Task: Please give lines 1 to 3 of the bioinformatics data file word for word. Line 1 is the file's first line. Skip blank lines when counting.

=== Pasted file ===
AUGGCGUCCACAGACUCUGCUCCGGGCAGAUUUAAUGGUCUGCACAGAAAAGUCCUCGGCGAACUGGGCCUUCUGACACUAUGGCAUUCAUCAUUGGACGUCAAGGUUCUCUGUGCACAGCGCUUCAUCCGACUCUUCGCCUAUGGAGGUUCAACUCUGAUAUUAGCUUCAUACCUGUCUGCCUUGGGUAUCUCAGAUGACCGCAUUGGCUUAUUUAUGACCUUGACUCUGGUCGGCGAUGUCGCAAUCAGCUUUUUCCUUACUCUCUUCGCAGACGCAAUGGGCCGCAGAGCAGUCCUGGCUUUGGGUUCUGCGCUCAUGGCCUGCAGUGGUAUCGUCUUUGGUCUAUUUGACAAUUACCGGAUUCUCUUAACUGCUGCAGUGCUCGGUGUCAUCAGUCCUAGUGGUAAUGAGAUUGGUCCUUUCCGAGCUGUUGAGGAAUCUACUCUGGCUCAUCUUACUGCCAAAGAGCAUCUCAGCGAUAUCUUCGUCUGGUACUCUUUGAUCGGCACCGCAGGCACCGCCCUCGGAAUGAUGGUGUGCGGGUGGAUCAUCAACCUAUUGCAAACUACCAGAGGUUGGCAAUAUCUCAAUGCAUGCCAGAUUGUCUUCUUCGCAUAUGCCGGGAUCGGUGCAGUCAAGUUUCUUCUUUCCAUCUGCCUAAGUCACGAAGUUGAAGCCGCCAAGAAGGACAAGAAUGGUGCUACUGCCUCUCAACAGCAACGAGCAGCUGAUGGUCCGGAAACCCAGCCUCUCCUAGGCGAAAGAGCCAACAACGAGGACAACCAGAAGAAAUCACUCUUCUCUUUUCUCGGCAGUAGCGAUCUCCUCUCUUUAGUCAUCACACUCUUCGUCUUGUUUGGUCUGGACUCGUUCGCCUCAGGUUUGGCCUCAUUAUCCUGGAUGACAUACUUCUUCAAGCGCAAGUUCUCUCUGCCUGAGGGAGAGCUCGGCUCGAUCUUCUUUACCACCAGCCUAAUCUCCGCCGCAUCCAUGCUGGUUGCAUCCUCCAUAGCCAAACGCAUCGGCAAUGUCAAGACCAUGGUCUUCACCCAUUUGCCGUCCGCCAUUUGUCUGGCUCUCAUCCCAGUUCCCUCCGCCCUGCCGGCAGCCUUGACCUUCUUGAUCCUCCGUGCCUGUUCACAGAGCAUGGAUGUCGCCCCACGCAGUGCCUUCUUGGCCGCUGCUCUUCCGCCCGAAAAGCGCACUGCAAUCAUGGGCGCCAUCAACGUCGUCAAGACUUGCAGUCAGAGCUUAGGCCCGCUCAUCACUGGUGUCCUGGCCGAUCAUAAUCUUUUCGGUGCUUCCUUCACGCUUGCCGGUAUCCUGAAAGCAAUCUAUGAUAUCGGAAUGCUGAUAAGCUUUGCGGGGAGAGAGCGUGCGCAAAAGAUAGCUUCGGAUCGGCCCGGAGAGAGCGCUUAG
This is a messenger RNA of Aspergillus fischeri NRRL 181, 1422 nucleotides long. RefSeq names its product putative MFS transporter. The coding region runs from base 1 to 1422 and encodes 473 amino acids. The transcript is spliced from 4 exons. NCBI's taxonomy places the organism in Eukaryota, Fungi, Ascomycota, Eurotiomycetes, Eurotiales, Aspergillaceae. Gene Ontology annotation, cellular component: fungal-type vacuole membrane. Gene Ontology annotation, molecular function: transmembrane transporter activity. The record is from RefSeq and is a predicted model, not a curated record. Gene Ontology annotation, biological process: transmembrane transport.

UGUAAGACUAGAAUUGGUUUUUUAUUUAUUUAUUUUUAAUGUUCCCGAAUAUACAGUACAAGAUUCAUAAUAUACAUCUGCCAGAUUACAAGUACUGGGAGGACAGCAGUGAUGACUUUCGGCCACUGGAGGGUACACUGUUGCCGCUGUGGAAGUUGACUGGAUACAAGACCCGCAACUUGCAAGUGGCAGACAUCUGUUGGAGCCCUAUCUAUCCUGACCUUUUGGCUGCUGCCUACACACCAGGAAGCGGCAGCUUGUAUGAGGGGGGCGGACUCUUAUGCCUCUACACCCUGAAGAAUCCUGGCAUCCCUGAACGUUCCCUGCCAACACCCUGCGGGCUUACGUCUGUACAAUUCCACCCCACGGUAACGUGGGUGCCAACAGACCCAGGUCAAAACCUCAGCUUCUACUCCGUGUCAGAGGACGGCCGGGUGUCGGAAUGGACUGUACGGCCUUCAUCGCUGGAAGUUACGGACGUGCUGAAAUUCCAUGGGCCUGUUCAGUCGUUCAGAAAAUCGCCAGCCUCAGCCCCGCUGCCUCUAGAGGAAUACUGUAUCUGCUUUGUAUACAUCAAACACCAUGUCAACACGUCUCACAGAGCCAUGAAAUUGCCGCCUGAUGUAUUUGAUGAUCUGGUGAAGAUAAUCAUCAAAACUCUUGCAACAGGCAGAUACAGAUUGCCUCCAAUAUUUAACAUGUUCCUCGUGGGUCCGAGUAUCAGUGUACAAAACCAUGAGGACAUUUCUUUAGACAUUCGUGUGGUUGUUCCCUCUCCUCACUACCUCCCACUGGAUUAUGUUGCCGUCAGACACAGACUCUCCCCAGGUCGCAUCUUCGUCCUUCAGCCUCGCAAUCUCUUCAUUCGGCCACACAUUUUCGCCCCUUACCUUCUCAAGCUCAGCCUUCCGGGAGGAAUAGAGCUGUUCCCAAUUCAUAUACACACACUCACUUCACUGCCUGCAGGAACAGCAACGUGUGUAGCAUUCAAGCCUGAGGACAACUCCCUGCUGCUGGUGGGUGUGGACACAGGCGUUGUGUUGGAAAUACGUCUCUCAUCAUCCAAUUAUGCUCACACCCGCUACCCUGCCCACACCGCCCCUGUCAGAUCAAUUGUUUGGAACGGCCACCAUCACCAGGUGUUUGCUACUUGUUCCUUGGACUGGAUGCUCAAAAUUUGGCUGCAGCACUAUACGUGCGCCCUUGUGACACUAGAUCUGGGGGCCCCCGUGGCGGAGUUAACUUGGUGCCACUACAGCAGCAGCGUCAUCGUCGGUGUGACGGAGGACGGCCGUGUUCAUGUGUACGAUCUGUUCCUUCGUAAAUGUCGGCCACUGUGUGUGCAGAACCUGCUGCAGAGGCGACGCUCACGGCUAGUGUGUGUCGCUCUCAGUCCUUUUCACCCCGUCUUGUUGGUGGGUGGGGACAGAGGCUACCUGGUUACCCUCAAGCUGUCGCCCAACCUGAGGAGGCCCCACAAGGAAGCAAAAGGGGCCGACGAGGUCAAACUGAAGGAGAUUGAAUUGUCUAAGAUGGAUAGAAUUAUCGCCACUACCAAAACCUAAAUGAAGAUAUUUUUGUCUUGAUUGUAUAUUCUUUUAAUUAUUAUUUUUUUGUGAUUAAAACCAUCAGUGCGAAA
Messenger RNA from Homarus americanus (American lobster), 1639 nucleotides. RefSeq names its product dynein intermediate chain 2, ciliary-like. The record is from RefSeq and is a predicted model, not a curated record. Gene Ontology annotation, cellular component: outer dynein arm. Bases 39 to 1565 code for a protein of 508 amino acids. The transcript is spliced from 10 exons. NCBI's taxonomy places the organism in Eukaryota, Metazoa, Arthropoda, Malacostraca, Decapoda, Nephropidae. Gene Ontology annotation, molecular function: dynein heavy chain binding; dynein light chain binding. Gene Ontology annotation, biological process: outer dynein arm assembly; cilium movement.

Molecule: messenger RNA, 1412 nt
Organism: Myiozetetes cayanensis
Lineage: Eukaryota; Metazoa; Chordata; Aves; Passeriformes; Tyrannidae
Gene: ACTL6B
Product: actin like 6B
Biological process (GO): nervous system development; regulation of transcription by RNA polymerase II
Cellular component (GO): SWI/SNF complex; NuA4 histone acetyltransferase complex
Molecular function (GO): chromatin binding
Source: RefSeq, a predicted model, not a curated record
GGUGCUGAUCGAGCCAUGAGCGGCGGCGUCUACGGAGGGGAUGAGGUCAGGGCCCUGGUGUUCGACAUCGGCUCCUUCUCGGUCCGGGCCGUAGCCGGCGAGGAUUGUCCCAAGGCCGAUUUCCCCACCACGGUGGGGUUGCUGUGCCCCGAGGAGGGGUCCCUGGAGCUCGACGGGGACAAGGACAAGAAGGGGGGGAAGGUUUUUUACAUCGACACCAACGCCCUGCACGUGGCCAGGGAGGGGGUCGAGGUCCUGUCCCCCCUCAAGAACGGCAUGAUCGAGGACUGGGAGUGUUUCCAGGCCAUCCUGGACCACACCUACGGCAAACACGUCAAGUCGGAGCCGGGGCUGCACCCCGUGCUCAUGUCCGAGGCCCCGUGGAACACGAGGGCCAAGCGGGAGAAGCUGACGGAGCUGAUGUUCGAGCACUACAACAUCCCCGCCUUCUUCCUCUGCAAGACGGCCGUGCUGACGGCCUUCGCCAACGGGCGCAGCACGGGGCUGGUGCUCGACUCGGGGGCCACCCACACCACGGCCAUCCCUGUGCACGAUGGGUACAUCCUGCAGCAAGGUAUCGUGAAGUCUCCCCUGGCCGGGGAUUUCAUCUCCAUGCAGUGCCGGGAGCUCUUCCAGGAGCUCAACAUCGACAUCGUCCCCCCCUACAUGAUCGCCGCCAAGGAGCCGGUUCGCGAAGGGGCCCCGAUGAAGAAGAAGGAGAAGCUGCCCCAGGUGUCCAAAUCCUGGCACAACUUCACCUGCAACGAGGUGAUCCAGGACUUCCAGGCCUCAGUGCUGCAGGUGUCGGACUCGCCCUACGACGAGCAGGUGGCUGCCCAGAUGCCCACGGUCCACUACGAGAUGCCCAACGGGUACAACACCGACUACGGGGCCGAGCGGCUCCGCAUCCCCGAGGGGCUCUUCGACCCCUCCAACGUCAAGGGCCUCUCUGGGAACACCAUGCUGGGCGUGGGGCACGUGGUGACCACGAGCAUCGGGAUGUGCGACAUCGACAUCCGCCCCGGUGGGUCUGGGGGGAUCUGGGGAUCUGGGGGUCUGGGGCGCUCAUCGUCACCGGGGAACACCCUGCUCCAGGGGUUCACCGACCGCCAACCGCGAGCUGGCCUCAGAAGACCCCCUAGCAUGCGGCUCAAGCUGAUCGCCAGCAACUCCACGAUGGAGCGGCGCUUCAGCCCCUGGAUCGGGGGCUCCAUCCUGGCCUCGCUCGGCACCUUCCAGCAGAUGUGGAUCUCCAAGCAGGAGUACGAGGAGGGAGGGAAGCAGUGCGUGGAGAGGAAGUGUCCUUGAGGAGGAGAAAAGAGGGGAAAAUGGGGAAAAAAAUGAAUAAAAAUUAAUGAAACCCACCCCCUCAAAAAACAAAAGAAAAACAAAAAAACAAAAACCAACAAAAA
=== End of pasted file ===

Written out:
AUGGCGUCCACAGACUCUGCUCCGGGCAGAUUUAAUGGUCUGCACAGAAAAGUCCUCGGCGAACUGGGCCUUCUGACACUAUGGCAUUCAUCAUUGGACGUCAAGGUUCUCUGUGCACAGCGCUUCAUCCGACUCUUCGCCUAUGGAGGUUCAACUCUGAUAUUAGCUUCAUACCUGUCUGCCUUGGGUAUCUCAGAUGACCGCAUUGGCUUAUUUAUGACCUUGACUCUGGUCGGCGAUGUCGCAAUCAGCUUUUUCCUUACUCUCUUCGCAGACGCAAUGGGCCGCAGAGCAGUCCUGGCUUUGGGUUCUGCGCUCAUGGCCUGCAGUGGUAUCGUCUUUGGUCUAUUUGACAAUUACCGGAUUCUCUUAACUGCUGCAGUGCUCGGUGUCAUCAGUCCUAGUGGUAAUGAGAUUGGUCCUUUCCGAGCUGUUGAGGAAUCUACUCUGGCUCAUCUUACUGCCAAAGAGCAUCUCAGCGAUAUCUUCGUCUGGUACUCUUUGAUCGGCACCGCAGGCACCGCCCUCGGAAUGAUGGUGUGCGGGUGGAUCAUCAACCUAUUGCAAACUACCAGAGGUUGGCAAUAUCUCAAUGCAUGCCAGAUUGUCUUCUUCGCAUAUGCCGGGAUCGGUGCAGUCAAGUUUCUUCUUUCCAUCUGCCUAAGUCACGAAGUUGAAGCCGCCAAGAAGGACAAGAAUGGUGCUACUGCCUCUCAACAGCAACGAGCAGCUGAUGGUCCGGAAACCCAGCCUCUCCUAGGCGAAAGAGCCAACAACGAGGACAACCAGAAGAAAUCACUCUUCUCUUUUCUCGGCAGUAGCGAUCUCCUCUCUUUAGUCAUCACACUCUUCGUCUUGUUUGGUCUGGACUCGUUCGCCUCAGGUUUGGCCUCAUUAUCCUGGAUGACAUACUUCUUCAAGCGCAAGUUCUCUCUGCCUGAGGGAGAGCUCGGCUCGAUCUUCUUUACCACCAGCCUAAUCUCCGCCGCAUCCAUGCUGGUUGCAUCCUCCAUAGCCAAACGCAUCGGCAAUGUCAAGACCAUGGUCUUCACCCAUUUGCCGUCCGCCAUUUGUCUGGCUCUCAUCCCAGUUCCCUCCGCCCUGCCGGCAGCCUUGACCUUCUUGAUCCUCCGUGCCUGUUCACAGAGCAUGGAUGUCGCCCCACGCAGUGCCUUCUUGGCCGCUGCUCUUCCGCCCGAAAAGCGCACUGCAAUCAUGGGCGCCAUCAACGUCGUCAAGACUUGCAGUCAGAGCUUAGGCCCGCUCAUCACUGGUGUCCUGGCCGAUCAUAAUCUUUUCGGUGCUUCCUUCACGCUUGCCGGUAUCCUGAAAGCAAUCUAUGAUAUCGGAAUGCUGAUAAGCUUUGCGGGGAGAGAGCGUGCGCAAAAGAUAGCUUCGGAUCGGCCCGGAGAGAGCGCUUAG
This is a messenger RNA of Aspergillus fischeri NRRL 181, 1422 nucleotides long. RefSeq names its product putative MFS transporter. The coding region runs from base 1 to 1422 and encodes 473 amino acids. The transcript is spliced from 4 exons. NCBI's taxonomy places the organism in Eukaryota, Fungi, Ascomycota, Eurotiomycetes, Eurotiales, Aspergillaceae. Gene Ontology annotation, cellular component: fungal-type vacuole membrane. Gene Ontology annotation, molecular function: transmembrane transporter activity. The record is from RefSeq and is a predicted model, not a curated record. Gene Ontology annotation, biological process: transmembrane transport.

UGUAAGACUAGAAUUGGUUUUUUAUUUAUUUAUUUUUAAUGUUCCCGAAUAUACAGUACAAGAUUCAUAAUAUACAUCUGCCAGAUUACAAGUACUGGGAGGACAGCAGUGAUGACUUUCGGCCACUGGAGGGUACACUGUUGCCGCUGUGGAAGUUGACUGGAUACAAGACCCGCAACUUGCAAGUGGCAGACAUCUGUUGGAGCCCUAUCUAUCCUGACCUUUUGGCUGCUGCCUACACACCAGGAAGCGGCAGCUUGUAUGAGGGGGGCGGACUCUUAUGCCUCUACACCCUGAAGAAUCCUGGCAUCCCUGAACGUUCCCUGCCAACACCCUGCGGGCUUACGUCUGUACAAUUCCACCCCACGGUAACGUGGGUGCCAACAGACCCAGGUCAAAACCUCAGCUUCUACUCCGUGUCAGAGGACGGCCGGGUGUCGGAAUGGACUGUACGGCCUUCAUCGCUGGAAGUUACGGACGUGCUGAAAUUCCAUGGGCCUGUUCAGUCGUUCAGAAAAUCGCCAGCCUCAGCCCCGCUGCCUCUAGAGGAAUACUGUAUCUGCUUUGUAUACAUCAAACACCAUGUCAACACGUCUCACAGAGCCAUGAAAUUGCCGCCUGAUGUAUUUGAUGAUCUGGUGAAGAUAAUCAUCAAAACUCUUGCAACAGGCAGAUACAGAUUGCCUCCAAUAUUUAACAUGUUCCUCGUGGGUCCGAGUAUCAGUGUACAAAACCAUGAGGACAUUUCUUUAGACAUUCGUGUGGUUGUUCCCUCUCCUCACUACCUCCCACUGGAUUAUGUUGCCGUCAGACACAGACUCUCCCCAGGUCGCAUCUUCGUCCUUCAGCCUCGCAAUCUCUUCAUUCGGCCACACAUUUUCGCCCCUUACCUUCUCAAGCUCAGCCUUCCGGGAGGAAUAGAGCUGUUCCCAAUUCAUAUACACACACUCACUUCACUGCCUGCAGGAACAGCAACGUGUGUAGCAUUCAAGCCUGAGGACAACUCCCUGCUGCUGGUGGGUGUGGACACAGGCGUUGUGUUGGAAAUACGUCUCUCAUCAUCCAAUUAUGCUCACACCCGCUACCCUGCCCACACCGCCCCUGUCAGAUCAAUUGUUUGGAACGGCCACCAUCACCAGGUGUUUGCUACUUGUUCCUUGGACUGGAUGCUCAAAAUUUGGCUGCAGCACUAUACGUGCGCCCUUGUGACACUAGAUCUGGGGGCCCCCGUGGCGGAGUUAACUUGGUGCCACUACAGCAGCAGCGUCAUCGUCGGUGUGACGGAGGACGGCCGUGUUCAUGUGUACGAUCUGUUCCUUCGUAAAUGUCGGCCACUGUGUGUGCAGAACCUGCUGCAGAGGCGACGCUCACGGCUAGUGUGUGUCGCUCUCAGUCCUUUUCACCCCGUCUUGUUGGUGGGUGGGGACAGAGGCUACCUGGUUACCCUCAAGCUGUCGCCCAACCUGAGGAGGCCCCACAAGGAAGCAAAAGGGGCCGACGAGGUCAAACUGAAGGAGAUUGAAUUGUCUAAGAUGGAUAGAAUUAUCGCCACUACCAAAACCUAAAUGAAGAUAUUUUUGUCUUGAUUGUAUAUUCUUUUAAUUAUUAUUUUUUUGUGAUUAAAACCAUCAGUGCGAAA